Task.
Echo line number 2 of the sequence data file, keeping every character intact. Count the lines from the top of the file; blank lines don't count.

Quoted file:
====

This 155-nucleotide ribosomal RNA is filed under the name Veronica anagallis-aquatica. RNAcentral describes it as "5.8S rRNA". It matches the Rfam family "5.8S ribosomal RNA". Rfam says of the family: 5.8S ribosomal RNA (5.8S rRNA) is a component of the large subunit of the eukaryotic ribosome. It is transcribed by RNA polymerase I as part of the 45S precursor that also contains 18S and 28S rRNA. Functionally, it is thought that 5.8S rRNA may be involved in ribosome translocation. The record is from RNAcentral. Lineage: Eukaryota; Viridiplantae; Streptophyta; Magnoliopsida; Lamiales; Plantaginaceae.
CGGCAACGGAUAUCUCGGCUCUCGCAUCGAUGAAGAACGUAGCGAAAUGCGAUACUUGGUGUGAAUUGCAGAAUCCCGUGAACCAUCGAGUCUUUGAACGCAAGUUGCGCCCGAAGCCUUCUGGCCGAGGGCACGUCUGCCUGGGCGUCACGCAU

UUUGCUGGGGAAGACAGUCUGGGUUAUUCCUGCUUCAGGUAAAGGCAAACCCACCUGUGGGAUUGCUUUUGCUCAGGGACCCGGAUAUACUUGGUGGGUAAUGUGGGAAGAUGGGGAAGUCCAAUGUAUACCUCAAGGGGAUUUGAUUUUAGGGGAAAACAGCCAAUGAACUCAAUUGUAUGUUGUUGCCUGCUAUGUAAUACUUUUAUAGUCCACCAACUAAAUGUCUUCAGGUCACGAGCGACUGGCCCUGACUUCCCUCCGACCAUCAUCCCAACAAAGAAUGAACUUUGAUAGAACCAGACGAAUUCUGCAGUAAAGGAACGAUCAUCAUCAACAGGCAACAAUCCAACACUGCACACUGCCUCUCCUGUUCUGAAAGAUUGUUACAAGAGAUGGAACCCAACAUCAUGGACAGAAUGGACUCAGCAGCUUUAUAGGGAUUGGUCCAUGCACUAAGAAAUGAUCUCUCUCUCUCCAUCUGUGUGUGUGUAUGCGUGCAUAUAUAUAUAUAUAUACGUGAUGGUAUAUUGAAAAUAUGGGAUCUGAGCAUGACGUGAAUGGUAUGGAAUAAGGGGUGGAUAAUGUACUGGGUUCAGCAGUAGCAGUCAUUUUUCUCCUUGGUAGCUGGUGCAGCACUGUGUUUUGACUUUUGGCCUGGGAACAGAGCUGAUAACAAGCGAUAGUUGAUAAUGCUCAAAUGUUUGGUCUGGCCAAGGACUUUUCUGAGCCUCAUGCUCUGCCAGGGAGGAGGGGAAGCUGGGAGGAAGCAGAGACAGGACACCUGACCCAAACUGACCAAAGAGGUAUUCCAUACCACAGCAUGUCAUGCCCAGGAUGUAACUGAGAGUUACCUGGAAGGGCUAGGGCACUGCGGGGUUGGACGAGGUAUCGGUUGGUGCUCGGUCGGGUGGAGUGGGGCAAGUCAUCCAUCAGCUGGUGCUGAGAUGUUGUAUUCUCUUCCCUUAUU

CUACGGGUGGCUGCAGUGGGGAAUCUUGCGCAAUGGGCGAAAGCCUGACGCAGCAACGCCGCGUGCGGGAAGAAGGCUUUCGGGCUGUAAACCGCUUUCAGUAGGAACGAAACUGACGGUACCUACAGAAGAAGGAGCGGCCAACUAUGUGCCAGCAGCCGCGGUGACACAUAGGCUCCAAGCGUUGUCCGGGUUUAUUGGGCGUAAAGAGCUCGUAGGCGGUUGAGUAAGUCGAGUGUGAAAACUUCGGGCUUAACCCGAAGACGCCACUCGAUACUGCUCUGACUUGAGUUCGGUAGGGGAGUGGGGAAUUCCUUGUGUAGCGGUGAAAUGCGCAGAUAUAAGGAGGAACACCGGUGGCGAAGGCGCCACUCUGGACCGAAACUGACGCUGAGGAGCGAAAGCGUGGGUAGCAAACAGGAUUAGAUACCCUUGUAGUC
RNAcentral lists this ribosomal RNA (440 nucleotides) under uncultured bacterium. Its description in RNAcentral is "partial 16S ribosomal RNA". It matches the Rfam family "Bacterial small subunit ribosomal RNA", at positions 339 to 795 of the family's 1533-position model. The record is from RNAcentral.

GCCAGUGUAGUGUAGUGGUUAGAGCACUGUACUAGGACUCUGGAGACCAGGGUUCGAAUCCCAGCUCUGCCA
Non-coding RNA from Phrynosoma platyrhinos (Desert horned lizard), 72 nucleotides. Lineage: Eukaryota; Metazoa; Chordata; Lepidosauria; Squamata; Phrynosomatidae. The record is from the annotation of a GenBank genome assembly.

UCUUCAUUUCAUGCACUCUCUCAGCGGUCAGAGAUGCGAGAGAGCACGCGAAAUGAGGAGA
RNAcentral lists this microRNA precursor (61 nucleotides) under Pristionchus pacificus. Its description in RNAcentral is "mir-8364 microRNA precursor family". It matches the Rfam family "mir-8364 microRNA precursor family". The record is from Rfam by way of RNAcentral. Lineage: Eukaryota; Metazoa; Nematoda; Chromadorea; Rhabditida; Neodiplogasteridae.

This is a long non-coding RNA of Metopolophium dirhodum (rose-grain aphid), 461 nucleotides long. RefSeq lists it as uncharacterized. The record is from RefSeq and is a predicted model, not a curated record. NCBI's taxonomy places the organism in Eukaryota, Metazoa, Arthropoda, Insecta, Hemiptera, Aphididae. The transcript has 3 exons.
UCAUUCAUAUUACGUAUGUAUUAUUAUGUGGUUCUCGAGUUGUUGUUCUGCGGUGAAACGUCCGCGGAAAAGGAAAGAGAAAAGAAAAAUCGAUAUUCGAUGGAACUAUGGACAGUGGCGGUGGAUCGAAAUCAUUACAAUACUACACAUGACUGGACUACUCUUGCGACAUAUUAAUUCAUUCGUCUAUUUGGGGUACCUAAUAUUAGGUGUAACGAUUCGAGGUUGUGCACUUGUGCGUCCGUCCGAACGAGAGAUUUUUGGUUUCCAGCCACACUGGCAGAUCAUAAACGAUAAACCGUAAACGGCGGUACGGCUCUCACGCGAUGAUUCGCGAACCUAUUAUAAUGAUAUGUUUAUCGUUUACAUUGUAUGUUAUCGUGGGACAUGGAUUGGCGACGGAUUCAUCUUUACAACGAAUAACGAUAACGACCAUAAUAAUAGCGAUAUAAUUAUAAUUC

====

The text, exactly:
CGGCAACGGAUAUCUCGGCUCUCGCAUCGAUGAAGAACGUAGCGAAAUGCGAUACUUGGUGUGAAUUGCAGAAUCCCGUGAACCAUCGAGUCUUUGAACGCAAGUUGCGCCCGAAGCCUUCUGGCCGAGGGCACGUCUGCCUGGGCGUCACGCAU